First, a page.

Biology I (updated 3-2020)
Introduction to Online Sources for Science Periodicals
Information literacy topics:
-Determining best sources
-Searching strategies for information
-Using technology tools
1. Objective: To distinguish between different types of databases and periodicals available online for science research, to judge the reliability of online sources, and to develop and practice searching strategies, such as the use of limiters, for relevant information.
Learning Expectations: Academic-Problem-solving: “Students will use appropriate tools strategically to solve problems.”
2. Presentation/Discussion: What is a periodical? What are the different types?
(use Google presentation prompts from College Research Class)
-Scholarly and Research Journals (Peer-reviewed, written by recognized, credentialed experts, meant to report original research and further knowledge in the field among experts)
-Professional, Trade and Industry (for insiders, not exactly “peer-reviewed”, writers may be industry experts, may be accomplished journalists who are not experts, meant to report trends to inform industry/professional practices to insiders)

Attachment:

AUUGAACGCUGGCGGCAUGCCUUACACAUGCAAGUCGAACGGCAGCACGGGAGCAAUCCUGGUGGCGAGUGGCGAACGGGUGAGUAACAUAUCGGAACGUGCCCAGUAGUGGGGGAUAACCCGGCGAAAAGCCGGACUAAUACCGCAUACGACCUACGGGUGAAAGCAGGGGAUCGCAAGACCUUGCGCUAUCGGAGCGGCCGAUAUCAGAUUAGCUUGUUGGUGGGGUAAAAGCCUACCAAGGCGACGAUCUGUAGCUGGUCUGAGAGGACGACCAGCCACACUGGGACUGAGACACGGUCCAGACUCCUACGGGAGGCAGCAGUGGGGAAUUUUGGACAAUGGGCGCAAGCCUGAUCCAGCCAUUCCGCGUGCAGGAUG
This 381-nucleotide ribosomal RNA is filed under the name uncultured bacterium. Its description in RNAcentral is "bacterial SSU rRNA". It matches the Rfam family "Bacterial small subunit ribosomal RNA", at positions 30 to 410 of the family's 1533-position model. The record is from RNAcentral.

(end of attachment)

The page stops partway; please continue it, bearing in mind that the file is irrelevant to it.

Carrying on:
-News or Commentary (wide range of reporting quality and information vetting possible, writers not necessarily subject experts, but may be accomplished journalists, may not even be good journalists, meant to inform, influence, and/or entertain the general public)
-Popular magazines (wide range of reporting quality and information vetting possible, writers not necessarily subject experts, but may be accomplished journalists, may not even be good journalists, meant to inform, influence, and/or entertain the general public)
What are the different types of online databases sources to find articles from periodicals?
A. School Product Database Sites (paid subscription $$$):
-Includes articles from many different kinds of periodicals, , including proprietary materials.
Science in Context (available through Amity)
B. Specialized Databases (paid subscription $$$):
-Includes articles from many different periodicals in specific subjects.
PsycINFO (psychology, and related fields, not through Amity)
EBSCO’s ERIC (Education)
4. School Product Database Site: Science in Context and SIRS, mix of periodicals.
-Look at the Lesson Plan to review what we discussed.
-Use tools to search for topic, play around for a few minutes.
-Choose an article, skim it.
-Practice searching the databases discussed from our web page:
-Science in Context
-Academic Search Complete
-ResearchIT CT/Resources for High Schools/ (all the databases for journals)
-You are MORE likely to find something useful for school FASTER from a paid database than from a web search.
-Everything that ISN’T useful has NOT been included.
-Everything you find in a full-text search is really available, as opposed to just being a summary (abstract).
-You can avoid “pseudo-authoritative” sources written by people who confuse opinion with science, and beliefs with objective facts.